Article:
Friday, October 16, 2009

No one voted for worsening health care

The Vancouver Island Health Authority's plan to deal with provincial underfunding is a destructive mishmash of measures that hurt patients, increase long-term costs and ignore real health issues.
And it's a pattern occurring across the province as all the regional health authorities struggle to find $360 million in spending cuts.
Fewer surgeries and diagnostic tests, cuts to care for seniors and the addicted, reduced community programs - VIHA revealed a list of measures that reduce the level of care in the region.
The problem is simple. The health authority's funding from the provincial government, despite a 5.9-per-cent increase, is $45 million short of what's needed to provide care to residents.
VIHA proposes service cuts, higher fees and property sales to deal with the lack of money from the province.
The other health authorities face the same crunch and have announced, or soon will reveal, similar cuts.
The timing is ridiculous. VIHA's fiscal year started last March 31, like the other health authorities. It is only now, more than halfway through the year, revealing plans to address a $45-million shortfall it knew about nine months ago.
That's not competent. Practically, it means cuts need to be deeper. Instead of 12 months of savings, the authority needs to find the same money in five months.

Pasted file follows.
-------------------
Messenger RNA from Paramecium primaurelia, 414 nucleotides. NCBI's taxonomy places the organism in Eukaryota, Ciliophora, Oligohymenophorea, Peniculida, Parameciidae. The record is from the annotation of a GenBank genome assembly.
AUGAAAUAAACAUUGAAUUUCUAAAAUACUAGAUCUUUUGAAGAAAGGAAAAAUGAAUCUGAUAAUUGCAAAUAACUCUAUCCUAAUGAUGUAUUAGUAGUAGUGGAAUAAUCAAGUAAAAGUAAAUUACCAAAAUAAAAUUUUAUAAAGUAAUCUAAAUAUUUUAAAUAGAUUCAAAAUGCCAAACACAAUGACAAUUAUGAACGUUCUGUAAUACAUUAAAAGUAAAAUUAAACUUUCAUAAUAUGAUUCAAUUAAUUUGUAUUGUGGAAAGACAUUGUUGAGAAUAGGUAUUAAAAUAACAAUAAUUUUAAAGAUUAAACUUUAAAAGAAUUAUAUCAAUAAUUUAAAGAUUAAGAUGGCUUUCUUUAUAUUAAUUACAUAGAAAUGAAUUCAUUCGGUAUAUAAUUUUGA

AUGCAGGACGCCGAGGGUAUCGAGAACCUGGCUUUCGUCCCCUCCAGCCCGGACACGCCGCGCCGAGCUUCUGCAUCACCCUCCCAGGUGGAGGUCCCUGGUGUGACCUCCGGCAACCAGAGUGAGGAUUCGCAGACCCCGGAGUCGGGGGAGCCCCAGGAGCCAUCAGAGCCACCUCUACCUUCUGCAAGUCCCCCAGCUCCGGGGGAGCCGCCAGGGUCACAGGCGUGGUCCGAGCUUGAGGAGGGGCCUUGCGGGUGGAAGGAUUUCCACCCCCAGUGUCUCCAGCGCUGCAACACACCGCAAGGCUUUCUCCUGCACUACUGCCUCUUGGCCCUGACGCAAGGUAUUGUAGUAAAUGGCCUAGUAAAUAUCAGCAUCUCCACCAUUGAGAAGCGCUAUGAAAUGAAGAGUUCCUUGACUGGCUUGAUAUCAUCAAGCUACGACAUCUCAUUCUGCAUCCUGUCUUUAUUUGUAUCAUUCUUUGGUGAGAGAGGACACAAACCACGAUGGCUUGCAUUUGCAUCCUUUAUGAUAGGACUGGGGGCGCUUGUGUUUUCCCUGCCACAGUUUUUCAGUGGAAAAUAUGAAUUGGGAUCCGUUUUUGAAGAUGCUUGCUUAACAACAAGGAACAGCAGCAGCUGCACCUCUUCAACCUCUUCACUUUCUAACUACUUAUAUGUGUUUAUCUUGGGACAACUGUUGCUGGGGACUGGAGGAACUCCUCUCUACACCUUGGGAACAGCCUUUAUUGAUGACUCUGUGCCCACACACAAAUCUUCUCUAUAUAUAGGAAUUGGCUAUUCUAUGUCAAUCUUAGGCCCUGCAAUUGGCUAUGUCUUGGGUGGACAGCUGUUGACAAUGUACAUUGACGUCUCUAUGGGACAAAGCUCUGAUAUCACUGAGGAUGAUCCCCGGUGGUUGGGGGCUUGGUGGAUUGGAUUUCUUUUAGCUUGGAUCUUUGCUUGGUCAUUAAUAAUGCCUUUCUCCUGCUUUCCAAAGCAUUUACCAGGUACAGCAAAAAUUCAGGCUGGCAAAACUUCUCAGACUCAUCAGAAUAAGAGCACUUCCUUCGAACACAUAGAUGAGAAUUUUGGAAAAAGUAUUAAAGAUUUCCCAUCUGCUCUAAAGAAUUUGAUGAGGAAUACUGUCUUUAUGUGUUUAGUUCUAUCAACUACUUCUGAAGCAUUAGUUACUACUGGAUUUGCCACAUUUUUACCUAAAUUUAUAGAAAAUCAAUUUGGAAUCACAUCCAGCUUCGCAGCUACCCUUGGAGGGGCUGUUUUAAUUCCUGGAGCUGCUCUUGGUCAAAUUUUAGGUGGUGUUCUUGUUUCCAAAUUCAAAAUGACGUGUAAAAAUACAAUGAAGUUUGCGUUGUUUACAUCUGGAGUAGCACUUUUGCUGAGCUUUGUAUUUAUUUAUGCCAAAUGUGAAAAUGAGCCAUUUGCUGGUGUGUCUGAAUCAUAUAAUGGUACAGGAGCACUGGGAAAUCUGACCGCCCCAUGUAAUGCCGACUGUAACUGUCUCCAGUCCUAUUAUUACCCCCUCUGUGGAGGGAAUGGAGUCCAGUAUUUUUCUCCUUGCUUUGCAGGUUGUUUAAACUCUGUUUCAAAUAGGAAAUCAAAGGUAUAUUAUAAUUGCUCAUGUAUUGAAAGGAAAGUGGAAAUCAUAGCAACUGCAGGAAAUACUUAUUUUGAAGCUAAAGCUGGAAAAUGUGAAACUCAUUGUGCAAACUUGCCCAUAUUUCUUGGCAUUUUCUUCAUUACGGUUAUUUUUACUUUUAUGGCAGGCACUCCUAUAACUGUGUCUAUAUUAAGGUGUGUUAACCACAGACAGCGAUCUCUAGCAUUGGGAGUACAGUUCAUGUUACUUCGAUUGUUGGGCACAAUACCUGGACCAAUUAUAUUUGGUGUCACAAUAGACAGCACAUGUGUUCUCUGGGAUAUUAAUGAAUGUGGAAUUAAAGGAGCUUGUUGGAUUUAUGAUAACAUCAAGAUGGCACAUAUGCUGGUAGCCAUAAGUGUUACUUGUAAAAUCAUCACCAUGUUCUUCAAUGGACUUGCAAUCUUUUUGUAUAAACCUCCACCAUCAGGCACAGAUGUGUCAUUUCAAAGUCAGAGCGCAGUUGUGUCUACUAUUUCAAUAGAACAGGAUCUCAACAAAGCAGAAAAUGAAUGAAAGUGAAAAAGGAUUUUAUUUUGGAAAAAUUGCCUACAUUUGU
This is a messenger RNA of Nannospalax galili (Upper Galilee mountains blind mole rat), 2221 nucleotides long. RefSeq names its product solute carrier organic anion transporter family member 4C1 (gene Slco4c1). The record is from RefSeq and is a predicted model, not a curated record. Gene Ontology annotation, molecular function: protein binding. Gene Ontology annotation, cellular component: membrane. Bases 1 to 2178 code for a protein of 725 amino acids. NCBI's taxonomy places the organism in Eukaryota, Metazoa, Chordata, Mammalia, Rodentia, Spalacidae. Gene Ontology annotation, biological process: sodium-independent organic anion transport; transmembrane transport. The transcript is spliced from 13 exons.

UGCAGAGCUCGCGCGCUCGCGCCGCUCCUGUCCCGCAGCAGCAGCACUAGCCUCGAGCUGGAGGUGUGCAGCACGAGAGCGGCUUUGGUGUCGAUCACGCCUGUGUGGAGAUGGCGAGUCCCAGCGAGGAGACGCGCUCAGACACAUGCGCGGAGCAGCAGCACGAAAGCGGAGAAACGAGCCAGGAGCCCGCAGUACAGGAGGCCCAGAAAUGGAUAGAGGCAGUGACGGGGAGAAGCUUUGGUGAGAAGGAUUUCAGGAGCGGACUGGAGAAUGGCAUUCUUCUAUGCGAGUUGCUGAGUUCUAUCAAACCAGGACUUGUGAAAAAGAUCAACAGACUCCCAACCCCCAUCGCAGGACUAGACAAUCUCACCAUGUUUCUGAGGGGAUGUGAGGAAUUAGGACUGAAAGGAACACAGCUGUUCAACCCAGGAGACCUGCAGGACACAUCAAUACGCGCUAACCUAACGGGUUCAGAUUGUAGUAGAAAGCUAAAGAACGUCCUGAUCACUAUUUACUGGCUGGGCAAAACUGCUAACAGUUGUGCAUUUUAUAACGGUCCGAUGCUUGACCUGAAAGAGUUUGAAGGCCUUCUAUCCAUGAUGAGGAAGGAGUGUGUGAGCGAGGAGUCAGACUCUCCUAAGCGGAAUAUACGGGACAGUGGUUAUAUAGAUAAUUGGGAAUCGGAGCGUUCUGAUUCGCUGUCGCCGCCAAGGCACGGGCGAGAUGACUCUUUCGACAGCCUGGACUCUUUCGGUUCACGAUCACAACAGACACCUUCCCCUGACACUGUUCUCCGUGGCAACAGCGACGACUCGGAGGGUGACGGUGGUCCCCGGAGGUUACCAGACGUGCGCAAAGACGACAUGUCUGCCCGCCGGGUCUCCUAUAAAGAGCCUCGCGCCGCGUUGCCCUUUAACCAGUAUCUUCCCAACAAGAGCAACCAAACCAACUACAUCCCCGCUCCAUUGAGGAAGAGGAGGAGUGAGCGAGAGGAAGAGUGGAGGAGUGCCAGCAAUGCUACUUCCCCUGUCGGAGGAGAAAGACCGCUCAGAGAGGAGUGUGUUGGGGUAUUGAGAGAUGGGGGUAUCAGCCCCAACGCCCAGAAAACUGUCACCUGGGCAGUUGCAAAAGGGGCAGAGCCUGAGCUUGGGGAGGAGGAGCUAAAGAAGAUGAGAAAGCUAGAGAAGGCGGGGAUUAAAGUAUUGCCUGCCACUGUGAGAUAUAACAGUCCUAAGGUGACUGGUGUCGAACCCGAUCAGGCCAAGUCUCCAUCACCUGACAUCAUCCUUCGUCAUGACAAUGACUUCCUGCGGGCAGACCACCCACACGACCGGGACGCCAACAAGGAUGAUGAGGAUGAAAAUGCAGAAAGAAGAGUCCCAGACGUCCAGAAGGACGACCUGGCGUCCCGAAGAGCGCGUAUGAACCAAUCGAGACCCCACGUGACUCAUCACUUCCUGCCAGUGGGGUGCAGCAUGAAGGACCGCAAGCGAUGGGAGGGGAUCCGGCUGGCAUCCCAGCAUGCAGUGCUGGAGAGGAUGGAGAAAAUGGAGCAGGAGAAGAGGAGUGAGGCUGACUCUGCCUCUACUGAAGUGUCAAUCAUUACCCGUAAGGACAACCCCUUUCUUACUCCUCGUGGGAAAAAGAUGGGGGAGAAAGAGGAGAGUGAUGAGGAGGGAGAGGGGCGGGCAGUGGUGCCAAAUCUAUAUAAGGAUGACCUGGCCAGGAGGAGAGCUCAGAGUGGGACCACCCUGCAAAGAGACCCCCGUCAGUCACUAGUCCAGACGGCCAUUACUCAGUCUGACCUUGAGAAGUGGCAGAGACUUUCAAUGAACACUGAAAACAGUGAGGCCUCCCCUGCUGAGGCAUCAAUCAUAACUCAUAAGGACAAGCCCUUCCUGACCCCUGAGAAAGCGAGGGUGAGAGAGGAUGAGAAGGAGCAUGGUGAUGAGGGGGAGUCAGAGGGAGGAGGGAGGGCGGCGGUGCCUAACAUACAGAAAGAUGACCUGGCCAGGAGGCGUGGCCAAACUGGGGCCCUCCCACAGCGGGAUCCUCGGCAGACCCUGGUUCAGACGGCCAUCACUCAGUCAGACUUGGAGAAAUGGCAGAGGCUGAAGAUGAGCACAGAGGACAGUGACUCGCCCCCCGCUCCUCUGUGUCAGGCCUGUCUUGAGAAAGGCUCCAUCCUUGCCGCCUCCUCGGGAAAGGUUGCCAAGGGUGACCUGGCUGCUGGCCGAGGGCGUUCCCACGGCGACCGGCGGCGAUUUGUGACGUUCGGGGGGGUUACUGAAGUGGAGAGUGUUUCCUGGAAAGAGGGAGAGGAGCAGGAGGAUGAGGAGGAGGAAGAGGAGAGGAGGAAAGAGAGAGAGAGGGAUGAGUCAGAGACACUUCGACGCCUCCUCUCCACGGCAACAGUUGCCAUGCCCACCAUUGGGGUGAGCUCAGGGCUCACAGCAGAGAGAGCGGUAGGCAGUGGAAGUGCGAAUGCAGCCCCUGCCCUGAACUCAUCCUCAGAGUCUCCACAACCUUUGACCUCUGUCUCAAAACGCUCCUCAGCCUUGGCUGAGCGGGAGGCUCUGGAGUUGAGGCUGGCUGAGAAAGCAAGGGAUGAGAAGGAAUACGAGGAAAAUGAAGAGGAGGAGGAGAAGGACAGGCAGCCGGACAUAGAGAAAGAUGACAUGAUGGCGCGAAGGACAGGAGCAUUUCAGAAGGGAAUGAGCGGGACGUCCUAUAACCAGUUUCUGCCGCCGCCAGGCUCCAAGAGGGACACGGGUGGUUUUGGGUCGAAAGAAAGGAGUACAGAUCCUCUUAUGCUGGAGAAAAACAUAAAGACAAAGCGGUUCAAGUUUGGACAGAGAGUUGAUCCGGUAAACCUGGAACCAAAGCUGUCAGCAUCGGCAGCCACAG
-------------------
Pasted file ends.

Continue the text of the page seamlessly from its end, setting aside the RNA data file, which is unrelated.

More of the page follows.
Politically, it means people voted in May without knowing the effects of Liberal policies. The cuts reflect a choice by the Campbell government to limit health-care funding; the consequences were never made clear in the election campaign.
Quite the contrary. Premier Gordon Campbell promised that despite financial pressures, core services like health would be protected. The authority knew in February cuts were needed; so did the Liberals.
Only in October did they reveal the reality.
VIHA will cut the number of surgeries by 1.3 per cent. Fewer operations means longer waits for suffering people, some unable to work or care for their children. It has reduced the number of MRIs and closed mental health beds.
Those are cuts to services. That's a Liberal promise - an important one - broken.
The other major problem is that the cuts are desperate and short term. They don't really save money.